The Espacios Abiertos organization stressed that COFINA's debt restructuring deal is far from reaching the savings in government spending announced a year ago when this agreement with creditors came into effect.
The organization fears the same could happen with the Electric PowerAuthority's (PREPA) debt restructuring deal currently under consideration before Judge Laura Taylor Swain, who presides over the Puerto Rican government's bankruptcy proceedings.
According to economist Daniel Santamaría Ots, Senior Policy Analyst at Espacios Abiertos, COFINA's restructuring was approved at a time when the current fiscal plan - the fifth approved by the Oversight Board - overestimated the economic benefits of Puerto Rico's reforms and reconstruction as well as the impact of austerity measures on the island´s economy.
He explained, for example, that the analysis of the entity, created by Congress to oversee the island's finances, estimates that every dollar the government saves with result austerity measures, has a negative impact of $ 1.34 in the economy. According to independent estimates, this reverse multiplier effect can actually be around $3.
As a result, economic expectations regarding the restructuring agreement did not materialize and this debt repayment is not sustainable, the economist said.
Instead, he argued, the government is overpaying for these bonds, which reached about 20 percent of their initial value on Wall Street and that through the restructuring agreement, the government ended up paying, in the worst case, about 50 percent of their original value.
During a round table with reporters, Santamaria Ots said that if debt payment is not sustainable, then, “you will not have the money necessary to invest in those public policies that would generate the economy and income to make those payments. This has been terrible for Puerto Rico and beneficial for some hedge funds."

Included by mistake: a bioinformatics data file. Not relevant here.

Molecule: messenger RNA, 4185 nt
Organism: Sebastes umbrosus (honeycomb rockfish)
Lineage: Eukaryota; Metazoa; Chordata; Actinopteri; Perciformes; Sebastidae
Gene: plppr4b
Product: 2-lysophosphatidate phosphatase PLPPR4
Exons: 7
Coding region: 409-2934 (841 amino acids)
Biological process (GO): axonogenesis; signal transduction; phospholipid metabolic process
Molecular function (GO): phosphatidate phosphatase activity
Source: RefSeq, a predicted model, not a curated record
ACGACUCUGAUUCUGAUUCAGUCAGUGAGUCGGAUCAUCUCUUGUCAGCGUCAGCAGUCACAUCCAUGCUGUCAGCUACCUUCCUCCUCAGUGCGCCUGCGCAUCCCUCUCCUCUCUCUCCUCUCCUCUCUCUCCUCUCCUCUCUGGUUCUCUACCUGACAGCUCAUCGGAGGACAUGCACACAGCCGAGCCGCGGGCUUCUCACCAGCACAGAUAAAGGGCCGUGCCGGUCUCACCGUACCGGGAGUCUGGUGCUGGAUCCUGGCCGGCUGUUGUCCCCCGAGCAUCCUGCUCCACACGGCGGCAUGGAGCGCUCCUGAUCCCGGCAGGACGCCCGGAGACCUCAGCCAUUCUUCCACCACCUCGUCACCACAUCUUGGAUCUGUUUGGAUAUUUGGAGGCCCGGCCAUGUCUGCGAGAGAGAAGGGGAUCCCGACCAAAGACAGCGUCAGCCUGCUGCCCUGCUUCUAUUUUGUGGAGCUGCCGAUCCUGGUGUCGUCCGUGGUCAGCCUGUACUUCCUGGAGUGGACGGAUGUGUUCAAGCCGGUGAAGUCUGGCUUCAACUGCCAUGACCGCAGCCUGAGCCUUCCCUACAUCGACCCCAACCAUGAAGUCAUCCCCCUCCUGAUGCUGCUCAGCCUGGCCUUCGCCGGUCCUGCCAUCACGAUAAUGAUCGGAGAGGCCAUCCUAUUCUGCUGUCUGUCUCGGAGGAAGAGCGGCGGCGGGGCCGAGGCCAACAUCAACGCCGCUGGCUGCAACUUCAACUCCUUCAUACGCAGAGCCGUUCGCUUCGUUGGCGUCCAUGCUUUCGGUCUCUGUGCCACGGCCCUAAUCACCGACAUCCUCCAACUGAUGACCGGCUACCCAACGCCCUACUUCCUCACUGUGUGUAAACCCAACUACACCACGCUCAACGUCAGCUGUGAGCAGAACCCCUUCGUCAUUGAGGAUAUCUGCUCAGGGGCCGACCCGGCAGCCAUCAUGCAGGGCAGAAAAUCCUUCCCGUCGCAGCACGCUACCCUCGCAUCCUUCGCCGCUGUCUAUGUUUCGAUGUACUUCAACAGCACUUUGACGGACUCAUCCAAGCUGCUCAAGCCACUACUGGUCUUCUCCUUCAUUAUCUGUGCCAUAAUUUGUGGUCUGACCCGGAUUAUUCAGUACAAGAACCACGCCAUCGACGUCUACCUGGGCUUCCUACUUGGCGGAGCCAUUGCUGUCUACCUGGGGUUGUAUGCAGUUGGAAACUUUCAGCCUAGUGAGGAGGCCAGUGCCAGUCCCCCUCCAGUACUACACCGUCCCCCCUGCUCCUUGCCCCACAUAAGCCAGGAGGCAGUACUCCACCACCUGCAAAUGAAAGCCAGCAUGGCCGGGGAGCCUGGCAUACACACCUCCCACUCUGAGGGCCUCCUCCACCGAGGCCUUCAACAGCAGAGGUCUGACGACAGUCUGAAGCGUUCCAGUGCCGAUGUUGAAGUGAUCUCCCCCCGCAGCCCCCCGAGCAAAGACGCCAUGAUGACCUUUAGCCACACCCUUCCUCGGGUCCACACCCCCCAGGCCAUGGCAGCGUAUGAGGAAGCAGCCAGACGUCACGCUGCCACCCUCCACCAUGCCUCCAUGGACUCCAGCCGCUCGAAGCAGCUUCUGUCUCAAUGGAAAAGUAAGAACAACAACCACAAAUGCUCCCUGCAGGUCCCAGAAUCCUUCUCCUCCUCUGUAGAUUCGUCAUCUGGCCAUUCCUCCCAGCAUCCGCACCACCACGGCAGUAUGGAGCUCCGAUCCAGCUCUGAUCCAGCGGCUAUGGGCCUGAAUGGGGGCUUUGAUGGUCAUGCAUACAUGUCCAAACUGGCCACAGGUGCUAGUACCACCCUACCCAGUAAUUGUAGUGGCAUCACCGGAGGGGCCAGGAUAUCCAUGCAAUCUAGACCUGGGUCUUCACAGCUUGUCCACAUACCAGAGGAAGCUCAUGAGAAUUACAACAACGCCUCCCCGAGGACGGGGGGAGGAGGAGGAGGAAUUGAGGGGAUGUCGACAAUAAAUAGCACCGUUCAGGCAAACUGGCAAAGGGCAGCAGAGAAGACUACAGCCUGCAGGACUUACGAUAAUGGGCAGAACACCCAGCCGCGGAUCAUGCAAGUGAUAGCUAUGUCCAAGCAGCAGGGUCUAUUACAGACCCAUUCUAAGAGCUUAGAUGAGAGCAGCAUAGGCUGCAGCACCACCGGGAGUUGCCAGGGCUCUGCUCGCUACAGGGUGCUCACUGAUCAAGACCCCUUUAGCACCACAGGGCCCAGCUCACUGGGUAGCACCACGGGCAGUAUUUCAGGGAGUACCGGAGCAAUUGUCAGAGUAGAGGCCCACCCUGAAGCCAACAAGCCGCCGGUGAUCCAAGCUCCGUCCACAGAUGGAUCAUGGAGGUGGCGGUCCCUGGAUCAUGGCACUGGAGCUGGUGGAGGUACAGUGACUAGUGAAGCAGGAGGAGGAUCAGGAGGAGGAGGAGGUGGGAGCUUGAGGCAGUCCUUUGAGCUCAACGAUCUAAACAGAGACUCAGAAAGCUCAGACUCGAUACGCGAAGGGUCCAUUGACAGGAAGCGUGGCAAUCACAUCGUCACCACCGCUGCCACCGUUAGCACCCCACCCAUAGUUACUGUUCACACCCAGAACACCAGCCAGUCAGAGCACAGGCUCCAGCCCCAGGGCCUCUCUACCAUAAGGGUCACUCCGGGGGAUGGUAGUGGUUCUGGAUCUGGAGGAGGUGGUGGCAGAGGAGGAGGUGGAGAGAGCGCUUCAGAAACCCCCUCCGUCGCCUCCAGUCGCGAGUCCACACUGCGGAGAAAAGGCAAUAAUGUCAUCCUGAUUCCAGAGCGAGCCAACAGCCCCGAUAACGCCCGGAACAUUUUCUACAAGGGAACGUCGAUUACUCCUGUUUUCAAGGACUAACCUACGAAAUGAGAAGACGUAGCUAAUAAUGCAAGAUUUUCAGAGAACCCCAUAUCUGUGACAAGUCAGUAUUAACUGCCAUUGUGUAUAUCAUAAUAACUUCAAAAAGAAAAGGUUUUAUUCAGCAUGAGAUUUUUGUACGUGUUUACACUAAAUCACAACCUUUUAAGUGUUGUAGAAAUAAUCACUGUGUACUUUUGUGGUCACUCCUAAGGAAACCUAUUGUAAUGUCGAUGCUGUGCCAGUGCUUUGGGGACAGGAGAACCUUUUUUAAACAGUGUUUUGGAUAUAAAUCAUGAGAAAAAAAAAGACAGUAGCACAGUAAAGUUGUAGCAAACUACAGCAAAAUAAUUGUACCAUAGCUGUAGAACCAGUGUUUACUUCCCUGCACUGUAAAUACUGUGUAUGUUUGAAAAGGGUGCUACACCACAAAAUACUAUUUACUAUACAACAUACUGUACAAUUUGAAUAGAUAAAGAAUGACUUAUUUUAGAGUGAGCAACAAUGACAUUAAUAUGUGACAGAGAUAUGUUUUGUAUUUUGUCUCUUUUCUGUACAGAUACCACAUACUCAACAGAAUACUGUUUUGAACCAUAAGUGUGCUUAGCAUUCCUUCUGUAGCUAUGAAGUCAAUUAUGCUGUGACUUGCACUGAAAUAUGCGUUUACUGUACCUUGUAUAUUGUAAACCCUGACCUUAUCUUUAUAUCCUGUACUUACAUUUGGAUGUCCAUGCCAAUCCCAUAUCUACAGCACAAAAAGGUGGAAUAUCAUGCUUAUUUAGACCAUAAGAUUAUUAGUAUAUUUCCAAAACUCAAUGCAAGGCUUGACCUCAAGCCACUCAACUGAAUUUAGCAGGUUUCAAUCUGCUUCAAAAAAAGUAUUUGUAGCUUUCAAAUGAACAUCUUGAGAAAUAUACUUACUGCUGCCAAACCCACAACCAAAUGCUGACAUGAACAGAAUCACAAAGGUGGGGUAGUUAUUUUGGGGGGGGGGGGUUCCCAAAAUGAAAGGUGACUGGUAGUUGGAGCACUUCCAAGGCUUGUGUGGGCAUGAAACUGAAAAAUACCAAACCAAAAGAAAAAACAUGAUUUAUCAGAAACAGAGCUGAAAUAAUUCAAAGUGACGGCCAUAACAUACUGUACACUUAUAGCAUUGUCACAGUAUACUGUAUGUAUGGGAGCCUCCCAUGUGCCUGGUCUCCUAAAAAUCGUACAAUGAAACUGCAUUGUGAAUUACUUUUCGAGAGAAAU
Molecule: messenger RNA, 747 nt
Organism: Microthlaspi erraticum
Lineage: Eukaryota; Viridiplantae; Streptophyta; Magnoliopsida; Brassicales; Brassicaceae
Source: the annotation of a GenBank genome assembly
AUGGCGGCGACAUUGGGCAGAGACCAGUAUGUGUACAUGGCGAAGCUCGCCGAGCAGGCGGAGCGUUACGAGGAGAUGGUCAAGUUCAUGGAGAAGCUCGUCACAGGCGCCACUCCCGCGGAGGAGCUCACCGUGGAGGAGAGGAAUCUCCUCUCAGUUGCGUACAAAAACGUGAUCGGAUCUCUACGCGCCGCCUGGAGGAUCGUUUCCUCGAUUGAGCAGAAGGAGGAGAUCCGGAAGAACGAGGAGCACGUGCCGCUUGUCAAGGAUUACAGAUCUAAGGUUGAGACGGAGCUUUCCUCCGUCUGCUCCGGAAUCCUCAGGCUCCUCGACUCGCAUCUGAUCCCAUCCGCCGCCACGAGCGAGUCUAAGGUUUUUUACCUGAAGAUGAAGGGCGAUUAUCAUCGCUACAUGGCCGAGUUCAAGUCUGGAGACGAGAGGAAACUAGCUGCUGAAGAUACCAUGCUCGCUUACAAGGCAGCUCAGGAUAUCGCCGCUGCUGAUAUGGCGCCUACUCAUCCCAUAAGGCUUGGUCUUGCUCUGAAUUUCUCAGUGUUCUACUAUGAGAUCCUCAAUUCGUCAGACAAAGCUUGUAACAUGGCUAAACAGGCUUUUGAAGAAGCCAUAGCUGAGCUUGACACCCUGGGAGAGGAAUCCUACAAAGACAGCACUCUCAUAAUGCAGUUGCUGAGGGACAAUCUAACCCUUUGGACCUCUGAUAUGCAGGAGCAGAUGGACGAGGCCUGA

For the economist, the worst thing is that the COFINA agreement serves as a reference for the rest of the agreements between the government and its creditors. "Now, the discussion is not whether it is sustainable, because what bondholders want is to receive something similar” to COFINA, he added.
Currently, the Board and the Puerto Rican government are holding conversations with PREPA creditors seeking to reach a restructuring agreement that has been widely criticized because it implies an increase in the electric rate, which could further affect the battered Puerto Rican economy.
According to the economist, after the COFINA deal was approved, those socio-economic projections that justified the details of the agreement have been falling apart. For example, by the end of 2018, the Board estimated that the Puerto Rican population would be around 2,992,000 by 2023. A review made in May anticipated an even more marked decrease, with 89,000 fewer people than initially expected, which would be equivalent to the entire populations of the municipalities of Hatillo and Humacao.
Similarly, the last version of the fiscal plan, May 2019, projects $8 billion less in savings than anticipated in the previous version of the document, and a decrease in collections of some $45 million. The same happened with economic growth estimates, which dropped by almost four percent in the last fiscal plan version.
Santamaria Ots indicated that according to independent sustainability analysis, the Puerto Rican debt had to be cut between 80 percent and 90 percent.
"Here, (in the public debt restructuring process), you can be irresponsible in two different ways. One is to say that you are not going to pay any of the debt and the other is to agree to pay more than you can," he said.